By Bethan Saunders and Courtney Bale Dunlevie

During this global public health crisis, leaders have used conflict-based language to describe the COVID-19 pandemic. From President Trump’s declaration of becoming a “wartime president” to Xi Jinping’s “people’s war,” they have cast the coronavirus as a metaphorical foe to be vanquished. Rhetorical flourishes aside, this public health crisis has important parallels with conflict, such as community upheaval, personal tragedy, and long-term consequences for security and economic stability.

However, there is another important, albeit less frequently noted parallel between conflict and the COVID-19 pandemic—the disproportionate impact crises have on women. Much like the devastation inflicted by conflict, this pandemic will exacerbate gender inequality and women’s physical and economic insecurity. Despite these challenges, in both cases women should be empowered as key decision-makers to result in improved outcomes. Security scholars and practitioners have found that including women leaders throughout conflict-prevention and peacebuilding processes achieve more equitable and longer-lasting peace. Similarly, supporting women’s leadership in local pandemic responses can be critical to devising effective mitigation policies.

The gendered impact of conflict 

Humanitarian crises and conflict disproportionately affect women and exacerbate existing gender inequalities. In conflict-affected states, women are more likely than men to have their education interrupted, experience displacement and sexual violence, and have less access to formal employment and income opportunities. At the first Global Women’s Forum for Peace and Humanitarian Action, hosted by the UN Women’s Peace and Humanitarian Fund in Vienna in February, 70 women peacebuilders adopted a declaration stating how their lives are disproportionately threatened by violent conflict. This Forum lifted the voices of women living in conflict zones and highlighted the importance of recognizing the gendered impacts of conflict. Critically, it also highlighted how women can provide crucial local context to build long-lasting peace.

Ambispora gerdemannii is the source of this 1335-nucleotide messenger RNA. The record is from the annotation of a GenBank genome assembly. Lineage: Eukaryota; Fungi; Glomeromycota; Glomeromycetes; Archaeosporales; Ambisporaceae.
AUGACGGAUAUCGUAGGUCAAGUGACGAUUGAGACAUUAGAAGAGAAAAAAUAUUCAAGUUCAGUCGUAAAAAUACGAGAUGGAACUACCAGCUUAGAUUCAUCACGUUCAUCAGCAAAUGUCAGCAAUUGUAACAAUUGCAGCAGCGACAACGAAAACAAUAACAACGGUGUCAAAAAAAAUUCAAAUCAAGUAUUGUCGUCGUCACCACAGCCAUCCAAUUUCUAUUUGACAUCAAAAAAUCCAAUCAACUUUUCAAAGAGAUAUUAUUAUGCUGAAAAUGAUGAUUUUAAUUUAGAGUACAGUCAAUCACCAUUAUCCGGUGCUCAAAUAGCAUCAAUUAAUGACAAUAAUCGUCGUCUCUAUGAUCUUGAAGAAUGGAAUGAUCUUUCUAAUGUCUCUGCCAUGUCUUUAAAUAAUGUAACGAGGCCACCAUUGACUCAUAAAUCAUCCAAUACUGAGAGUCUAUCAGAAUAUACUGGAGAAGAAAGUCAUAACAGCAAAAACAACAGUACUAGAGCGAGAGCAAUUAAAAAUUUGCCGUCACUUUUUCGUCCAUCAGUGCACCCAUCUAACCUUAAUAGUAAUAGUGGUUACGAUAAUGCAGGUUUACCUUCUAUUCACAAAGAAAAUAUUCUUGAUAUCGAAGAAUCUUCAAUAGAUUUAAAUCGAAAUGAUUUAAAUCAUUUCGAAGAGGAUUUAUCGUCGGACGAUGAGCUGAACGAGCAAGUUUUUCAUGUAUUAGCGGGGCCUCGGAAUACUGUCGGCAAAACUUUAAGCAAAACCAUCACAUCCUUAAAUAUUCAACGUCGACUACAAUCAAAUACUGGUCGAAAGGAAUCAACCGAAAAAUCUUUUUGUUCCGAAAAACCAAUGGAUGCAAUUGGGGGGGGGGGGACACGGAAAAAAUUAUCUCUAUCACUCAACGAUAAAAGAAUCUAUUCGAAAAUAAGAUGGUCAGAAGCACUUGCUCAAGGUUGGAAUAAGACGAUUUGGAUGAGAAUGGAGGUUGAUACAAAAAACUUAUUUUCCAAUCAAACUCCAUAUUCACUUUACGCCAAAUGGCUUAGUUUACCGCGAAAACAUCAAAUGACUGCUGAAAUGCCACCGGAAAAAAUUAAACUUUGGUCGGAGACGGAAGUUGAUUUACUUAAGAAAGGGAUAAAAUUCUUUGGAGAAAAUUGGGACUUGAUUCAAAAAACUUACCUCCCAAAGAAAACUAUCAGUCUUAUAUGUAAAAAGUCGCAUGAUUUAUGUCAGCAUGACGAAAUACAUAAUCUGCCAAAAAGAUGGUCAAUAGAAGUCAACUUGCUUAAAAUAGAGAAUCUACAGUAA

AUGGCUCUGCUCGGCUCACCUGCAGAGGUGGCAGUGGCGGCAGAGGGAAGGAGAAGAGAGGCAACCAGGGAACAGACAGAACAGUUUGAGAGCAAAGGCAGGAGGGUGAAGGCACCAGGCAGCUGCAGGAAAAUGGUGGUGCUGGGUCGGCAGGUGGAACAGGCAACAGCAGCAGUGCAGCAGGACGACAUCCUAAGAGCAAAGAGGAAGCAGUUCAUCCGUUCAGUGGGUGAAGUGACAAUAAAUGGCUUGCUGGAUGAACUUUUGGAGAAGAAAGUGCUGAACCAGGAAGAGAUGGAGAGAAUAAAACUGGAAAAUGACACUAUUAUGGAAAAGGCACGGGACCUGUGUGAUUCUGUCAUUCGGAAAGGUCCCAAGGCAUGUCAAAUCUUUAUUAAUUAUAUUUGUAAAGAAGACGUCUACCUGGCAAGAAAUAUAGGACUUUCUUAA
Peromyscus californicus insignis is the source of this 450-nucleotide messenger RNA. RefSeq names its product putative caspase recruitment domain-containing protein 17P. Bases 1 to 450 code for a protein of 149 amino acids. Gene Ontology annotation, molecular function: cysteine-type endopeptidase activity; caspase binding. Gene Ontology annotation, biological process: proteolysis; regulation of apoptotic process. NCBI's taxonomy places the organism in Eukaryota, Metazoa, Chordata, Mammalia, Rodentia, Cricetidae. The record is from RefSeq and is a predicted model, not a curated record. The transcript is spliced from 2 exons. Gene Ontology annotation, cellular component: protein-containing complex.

Women shoulder an incredible burden in conflict, but more importantly, they are essential to advancing stability. Including women in peace negotiations makes the resulting agreement 64 percent less likely to fail and 35 percent more likely to last at least 15 years. Women bring unique context and diversity of perspective not only to peace agreements but to all aspects of rebuilding society. For example, the Global Study on the implementation of UNSCR 1325 found that “conflict-affected communities that experienced the most rapid economic recovery and poverty reduction are those that had more women reporting higher levels of empowerment.”

Despite women’s contributions to mitigating and resolving conflicts, they are often excluded from negotiating tables. Between 1992 and 2018, only 13 percent of peace negotiators, three percent of mediators, and four percent of signatories in significant peace processes were women. Additionally, severe under-funding continues to limit women’s inclusion in peace processes: less than one percent of international aid is directed explicitly to women-focused initiatives, and less than 0.2 percent of total bilateral aid was directed to local women’s organizations. Peacebuilders who attended the Global Women’s Forum emphasized that funding has restricted their peacebuilding work scope. The continued failure to fund women-focused initiatives ignores a vital strategy to respond to security threats and build resilient communities. 

Parallels between conflict and COVID-19